The Texas Criminal Justice Coalition (TCJC) has put out its 2007 report on Law Enforcement and Racial Profiling (PDF), with all the data you could want about who gets subjected to consent searches (i.e., searches by police where there is no probable cause to suspect a crime; the officer requests permission to do the search, usually of a motor vehicle, hence the name) and how often they occur. From the executive summary:
Texas’ racial profiling law (S.B. 1074, passed in 2001) requires every Texas law enforcement agency to annually create a report on the race of individuals they stop and search and submit it to their local governing body. Because no central repository was written into the law to collect and analyze the data on a statewide level, the Texas Criminal Justice Coalition (TCJC) has served since the inaugural year of data reporting as the sole statewide repository and analyst of required, annual racial profiling reports from Texas law enforcement agencies. In this role, TCJC obtains valuable feedback from law enforcement and community members and has assisted agencies in understanding their data, streamlining their reporting practices, and improving the way they protect the public through the implementation of needed policy changes. We also offer technical assistance to agencies regarding the requirements of the law.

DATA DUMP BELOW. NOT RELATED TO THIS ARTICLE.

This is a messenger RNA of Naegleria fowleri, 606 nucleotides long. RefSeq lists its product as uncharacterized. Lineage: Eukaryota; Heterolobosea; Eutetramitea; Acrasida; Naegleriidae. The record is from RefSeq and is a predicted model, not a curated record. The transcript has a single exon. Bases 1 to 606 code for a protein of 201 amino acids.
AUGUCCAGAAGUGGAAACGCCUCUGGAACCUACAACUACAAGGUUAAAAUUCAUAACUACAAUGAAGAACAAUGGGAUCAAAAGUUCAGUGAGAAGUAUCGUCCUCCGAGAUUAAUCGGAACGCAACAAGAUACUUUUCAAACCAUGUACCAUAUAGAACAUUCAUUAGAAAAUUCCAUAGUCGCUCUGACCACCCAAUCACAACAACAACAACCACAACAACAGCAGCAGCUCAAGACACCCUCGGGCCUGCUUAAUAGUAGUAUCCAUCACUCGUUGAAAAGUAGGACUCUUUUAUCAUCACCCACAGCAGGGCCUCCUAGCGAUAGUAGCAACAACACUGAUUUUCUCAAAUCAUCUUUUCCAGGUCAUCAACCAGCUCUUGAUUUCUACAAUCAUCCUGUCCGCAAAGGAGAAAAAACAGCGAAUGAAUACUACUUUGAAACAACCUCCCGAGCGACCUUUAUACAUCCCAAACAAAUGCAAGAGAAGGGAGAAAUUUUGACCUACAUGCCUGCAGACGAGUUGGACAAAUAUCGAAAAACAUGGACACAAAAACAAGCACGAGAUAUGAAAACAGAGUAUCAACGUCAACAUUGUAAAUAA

To obtain the pool of agencies analyzed in this report, TCJC sent open records requests to 1,074 law enforcement agencies in October, 2006; we requested a copy of each agency’s racial profiling report containing racial profiling data for calendar year 2005, as well as the racial profiling policy in use by each agency during 2005. Of agencies that responded with usable information prior to the data analysis process, 221 agencies issued 3,000 or more citations, accounting for 4.9 million stops. Though in some ways 3,000 is an arbitrary number, we chose these 221 agencies to avoid small samples that were not statistically significant.
We determined that some law enforcement agencies continue to have problems complying with the data collection and reporting requirements of Texas’ racial profiling law. Law enforcement, the public, and key stakeholders need a more comprehensive picture of what is happening at Texas traffic stops in order to create better community policing models.
As the sole statewide repository of Texas racial profiling reports, TCJC is well positioned to offer recommendations about what works – and what doesn’t work – when it comes to the data collection and reporting provisions of Texas’ racial profiling law. As such, throughout the pages of this report we have suggested solutions to the problems facing law enforcement as they undergo data collection and reporting processes, as well as recommendations related to other provisions within the law.
Grits, who was a coauthor, has more.